The centrality of the Eucharist, both through the worthy celebration of the Lord’s Supper and in silent adoration of the Sacrament, should be especially apparent in the lives of priests and Bishops. This will lead the laity to follow your example and come to a deeper appreciation for the Lord’s abiding presence among them. As Bishops, you are the chief stewards of the mysteries of God and the main promoters of the liturgical life of your local Churches (General Instruction of the Roman Missal, 22). In this regard, I am pleased to note the various programmes you have initiated to raise awareness of the radical change that becomes possible when Christians allow their entire life to take on a “eucharistic form” (cf. Sacramentum Caritatis, 70-83). The source and summit of the Church’s life radically reorients the way Christians think, speak and act in the world and makes present the salvific meaning of Christ’s death and resurrection, thus renewing history and vivifying all creation. The breaking of the bread reminds us again and again that the absurdity of violence never has the last word, for Christ has conquered sin and death through his glorious resurrection. The holy Sacrifice assures us that his wounds are the remedy for our sins, his weakness the power of God within us, and his death our life (cf. 1 Pet 2:24; 2 Cor 13:4; 2 Cor 4:10). I am confident that the daily offering of the Mass by you and your priests will lead your people to give constant thanks and praise to God the Father for the graces granted us in his Son, through whom we have received the Spirit of filial adoption (cf. Catechism of the Catholic Church, 1110).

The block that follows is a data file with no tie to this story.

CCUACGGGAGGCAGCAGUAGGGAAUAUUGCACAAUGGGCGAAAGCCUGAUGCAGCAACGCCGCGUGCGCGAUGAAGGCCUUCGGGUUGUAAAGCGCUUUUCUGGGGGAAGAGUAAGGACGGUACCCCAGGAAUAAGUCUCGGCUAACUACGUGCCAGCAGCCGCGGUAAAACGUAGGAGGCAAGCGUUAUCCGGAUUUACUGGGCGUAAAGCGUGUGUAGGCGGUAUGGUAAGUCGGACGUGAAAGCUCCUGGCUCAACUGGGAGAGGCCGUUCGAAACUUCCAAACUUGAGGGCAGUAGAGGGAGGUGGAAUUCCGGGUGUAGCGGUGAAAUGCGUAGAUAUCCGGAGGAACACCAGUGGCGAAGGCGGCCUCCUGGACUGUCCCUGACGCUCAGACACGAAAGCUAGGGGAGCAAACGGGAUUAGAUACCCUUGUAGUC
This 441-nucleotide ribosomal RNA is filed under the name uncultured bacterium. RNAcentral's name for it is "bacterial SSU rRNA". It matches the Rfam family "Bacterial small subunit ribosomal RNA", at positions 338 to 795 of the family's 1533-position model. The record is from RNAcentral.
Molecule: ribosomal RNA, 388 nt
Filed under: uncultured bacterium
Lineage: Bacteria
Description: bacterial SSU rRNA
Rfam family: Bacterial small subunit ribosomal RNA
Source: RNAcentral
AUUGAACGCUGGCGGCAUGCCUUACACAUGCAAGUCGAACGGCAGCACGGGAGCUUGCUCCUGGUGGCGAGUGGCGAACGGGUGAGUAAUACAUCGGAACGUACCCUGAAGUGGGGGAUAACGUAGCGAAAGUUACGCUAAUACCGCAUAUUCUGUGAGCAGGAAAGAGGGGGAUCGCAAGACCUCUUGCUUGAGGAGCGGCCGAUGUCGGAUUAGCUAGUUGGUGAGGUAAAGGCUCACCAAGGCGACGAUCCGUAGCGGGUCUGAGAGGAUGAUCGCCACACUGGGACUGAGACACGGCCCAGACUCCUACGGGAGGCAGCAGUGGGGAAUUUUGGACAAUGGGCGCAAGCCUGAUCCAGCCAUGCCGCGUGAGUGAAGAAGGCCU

Eucharistic spirituality embraces every aspect of the Christian life (cf. Sacramentum Caritatis, 77). This is evident in the emerging vitality of ecclesial movements within your Dioceses. The charisms of these associations both reflect and meet the particular needs of our time. By exhorting the members of these movements and all the faithful to listen attentively to the word of God and to cultivate a habit of daily prayer, may your people foster genuine fellowship and create ever expanding networks of charitable solicitude for their neighbours.